Northern Australian Aboriginals have launched a lawsuit to prevent South Korea from sponsoring a proposed deep-sea gas project.
They claim that a 300-kilometer gas pipeline will jeopardize their way of life and endanger turtles near their Tiwi Islands home.
Last Monday, Australia’s offshore energy authority partially cleared the Barossa gas development, which is located in the waters north of Darwin.
Santos, the world’s largest gas company, wants to start drilling wells in the coming months.
Santos plans to build an underwater gas pipeline beside Bathurst Island, the Tiwi archipelago’s westernmost island, if the project receives final permission. The pipeline will be 6 kilometers from the beach at its closest point.
Aboriginal communities from the Tiwi Islands, which are located north of Australia in the Timor Sea, claim they were not adequately consulted about the project.
The court case tries to prohibit the state-owned Export-Import Bank of Korea and the Korea Trade Insurance Corporation from financing around A$950 million (£530 million) to Santos.
On Wednesday, lawyers filed an injunction in the Seoul Central District Court under the Korean Civil Execution Act.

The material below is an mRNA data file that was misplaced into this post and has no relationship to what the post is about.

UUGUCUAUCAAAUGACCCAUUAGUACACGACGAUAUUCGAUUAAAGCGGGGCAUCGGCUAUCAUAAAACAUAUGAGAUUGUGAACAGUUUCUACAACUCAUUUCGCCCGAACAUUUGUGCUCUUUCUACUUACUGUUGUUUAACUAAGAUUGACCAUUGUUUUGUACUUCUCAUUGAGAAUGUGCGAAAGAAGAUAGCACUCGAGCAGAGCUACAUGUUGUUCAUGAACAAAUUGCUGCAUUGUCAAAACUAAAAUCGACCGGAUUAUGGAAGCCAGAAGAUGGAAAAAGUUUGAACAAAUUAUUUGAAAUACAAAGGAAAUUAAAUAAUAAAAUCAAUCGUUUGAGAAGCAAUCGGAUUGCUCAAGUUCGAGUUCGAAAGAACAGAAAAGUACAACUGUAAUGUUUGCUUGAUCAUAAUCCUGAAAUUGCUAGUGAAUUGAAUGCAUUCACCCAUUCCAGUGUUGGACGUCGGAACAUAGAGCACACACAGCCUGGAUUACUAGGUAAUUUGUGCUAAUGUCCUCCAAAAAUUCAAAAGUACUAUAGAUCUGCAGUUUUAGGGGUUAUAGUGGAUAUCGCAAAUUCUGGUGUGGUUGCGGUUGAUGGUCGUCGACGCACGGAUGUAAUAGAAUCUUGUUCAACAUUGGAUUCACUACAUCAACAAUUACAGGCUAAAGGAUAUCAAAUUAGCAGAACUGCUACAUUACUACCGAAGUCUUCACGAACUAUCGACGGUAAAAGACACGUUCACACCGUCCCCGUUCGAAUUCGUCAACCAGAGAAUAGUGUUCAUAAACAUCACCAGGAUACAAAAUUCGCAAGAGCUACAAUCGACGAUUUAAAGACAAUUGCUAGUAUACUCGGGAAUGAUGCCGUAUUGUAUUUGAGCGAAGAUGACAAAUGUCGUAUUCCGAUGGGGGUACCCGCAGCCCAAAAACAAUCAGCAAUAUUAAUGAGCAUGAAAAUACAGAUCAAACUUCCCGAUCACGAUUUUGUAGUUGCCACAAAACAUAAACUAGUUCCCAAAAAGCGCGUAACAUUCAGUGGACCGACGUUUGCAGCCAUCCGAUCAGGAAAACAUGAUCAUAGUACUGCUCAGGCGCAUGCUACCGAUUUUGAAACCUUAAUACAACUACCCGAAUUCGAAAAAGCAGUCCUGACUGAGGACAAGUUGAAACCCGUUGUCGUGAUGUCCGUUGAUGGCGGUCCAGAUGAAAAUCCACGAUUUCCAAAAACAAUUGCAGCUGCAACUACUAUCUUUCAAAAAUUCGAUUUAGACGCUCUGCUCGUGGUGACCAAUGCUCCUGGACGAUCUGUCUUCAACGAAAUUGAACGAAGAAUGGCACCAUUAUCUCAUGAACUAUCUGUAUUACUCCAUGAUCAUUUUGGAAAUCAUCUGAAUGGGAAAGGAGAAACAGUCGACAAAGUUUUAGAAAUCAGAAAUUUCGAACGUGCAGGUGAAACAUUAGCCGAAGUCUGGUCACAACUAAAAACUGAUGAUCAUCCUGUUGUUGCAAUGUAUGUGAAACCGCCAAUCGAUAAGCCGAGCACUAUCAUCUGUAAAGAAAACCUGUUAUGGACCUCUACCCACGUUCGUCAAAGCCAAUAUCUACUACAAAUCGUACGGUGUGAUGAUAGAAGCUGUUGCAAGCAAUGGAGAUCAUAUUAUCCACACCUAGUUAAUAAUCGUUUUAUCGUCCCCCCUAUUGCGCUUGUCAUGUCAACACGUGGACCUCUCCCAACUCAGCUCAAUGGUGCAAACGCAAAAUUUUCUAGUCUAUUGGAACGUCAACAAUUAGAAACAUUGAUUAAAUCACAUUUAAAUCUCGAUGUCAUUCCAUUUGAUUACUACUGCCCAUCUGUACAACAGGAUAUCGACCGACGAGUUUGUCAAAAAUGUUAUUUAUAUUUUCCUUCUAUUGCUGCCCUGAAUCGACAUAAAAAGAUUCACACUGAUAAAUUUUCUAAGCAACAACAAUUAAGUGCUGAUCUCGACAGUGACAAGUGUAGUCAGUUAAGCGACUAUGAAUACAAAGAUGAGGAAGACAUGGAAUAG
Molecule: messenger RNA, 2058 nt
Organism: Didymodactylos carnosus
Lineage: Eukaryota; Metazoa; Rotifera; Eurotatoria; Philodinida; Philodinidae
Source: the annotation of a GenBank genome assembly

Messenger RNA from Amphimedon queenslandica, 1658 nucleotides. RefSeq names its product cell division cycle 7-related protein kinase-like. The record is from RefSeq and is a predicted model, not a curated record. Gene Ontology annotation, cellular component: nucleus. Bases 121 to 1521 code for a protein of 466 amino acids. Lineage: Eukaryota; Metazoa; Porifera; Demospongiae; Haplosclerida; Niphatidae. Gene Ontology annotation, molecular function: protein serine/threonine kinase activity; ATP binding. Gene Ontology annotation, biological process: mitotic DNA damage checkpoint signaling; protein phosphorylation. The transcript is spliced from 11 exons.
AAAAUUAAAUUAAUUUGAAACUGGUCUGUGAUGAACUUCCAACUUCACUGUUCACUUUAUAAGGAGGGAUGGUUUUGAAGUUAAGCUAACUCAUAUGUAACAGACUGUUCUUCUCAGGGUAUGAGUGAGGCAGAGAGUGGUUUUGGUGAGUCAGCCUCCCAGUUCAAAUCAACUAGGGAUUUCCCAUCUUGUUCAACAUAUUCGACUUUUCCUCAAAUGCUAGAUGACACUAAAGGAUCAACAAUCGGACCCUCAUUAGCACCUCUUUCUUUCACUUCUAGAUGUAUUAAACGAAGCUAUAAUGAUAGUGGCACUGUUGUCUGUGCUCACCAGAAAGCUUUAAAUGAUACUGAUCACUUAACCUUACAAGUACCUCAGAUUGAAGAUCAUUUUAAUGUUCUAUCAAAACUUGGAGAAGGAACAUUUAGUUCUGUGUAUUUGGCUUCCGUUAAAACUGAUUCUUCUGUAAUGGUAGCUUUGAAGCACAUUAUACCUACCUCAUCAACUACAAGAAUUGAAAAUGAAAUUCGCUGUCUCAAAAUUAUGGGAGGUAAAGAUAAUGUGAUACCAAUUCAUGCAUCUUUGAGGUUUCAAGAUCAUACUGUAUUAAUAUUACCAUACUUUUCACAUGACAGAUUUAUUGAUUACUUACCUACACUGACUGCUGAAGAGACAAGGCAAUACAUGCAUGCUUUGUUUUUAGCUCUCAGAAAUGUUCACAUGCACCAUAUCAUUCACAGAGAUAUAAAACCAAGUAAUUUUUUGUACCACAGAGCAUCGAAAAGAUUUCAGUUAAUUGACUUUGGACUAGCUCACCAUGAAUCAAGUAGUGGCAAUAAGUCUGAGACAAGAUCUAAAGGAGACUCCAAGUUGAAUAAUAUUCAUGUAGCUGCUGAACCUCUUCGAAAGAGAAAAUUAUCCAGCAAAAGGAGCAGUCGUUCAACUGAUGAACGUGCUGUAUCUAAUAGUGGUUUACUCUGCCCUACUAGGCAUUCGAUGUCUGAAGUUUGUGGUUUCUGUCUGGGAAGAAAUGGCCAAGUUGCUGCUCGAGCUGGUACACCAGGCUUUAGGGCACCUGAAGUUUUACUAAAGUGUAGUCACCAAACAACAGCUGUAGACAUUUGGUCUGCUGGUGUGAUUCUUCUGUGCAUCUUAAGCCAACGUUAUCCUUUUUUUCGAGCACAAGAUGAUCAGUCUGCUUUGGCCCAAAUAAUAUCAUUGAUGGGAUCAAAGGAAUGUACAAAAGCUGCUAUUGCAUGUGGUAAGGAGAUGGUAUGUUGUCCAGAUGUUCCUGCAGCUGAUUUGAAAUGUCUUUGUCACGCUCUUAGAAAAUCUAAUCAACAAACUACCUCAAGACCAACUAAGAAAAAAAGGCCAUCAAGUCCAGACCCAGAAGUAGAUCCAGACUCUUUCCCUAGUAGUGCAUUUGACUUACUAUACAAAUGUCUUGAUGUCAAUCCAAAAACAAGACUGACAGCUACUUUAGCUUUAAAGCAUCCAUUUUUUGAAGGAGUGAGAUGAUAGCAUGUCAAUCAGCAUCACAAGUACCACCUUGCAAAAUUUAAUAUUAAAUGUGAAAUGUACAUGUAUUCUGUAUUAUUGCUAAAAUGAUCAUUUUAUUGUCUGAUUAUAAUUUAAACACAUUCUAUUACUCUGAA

By forbidding the funding, it aims to avoid potential harm – either to the environment or to South Korea’s future financial condition if the project fails.
Lawyers claim that if the legal action is successful, the project’s financial sustainability will be jeopardized.
Jikilaruwu Francisco Babui and Daniel Munkara, clan chiefs on Tiwi Island, have accused Santos and the project’s former owner, ConocoPhillips, of ignoring the islanders’ concerns.
“According to Australian law and Aboriginal tradition, the Jikilaruwu tribe owns the sea land across which the gas pipeline will pass. We are the ones who make the decisions in that maritime country “In a statement made by the Stop Barossa Gas Campaign, Mr Munkara added.
“In 2018, we were briefed on the pipeline proposal and decided to reject it. It wasn’t going to happen, they said. Now we learn that Santos intends to build the pipeline without our permission across our marine territory.”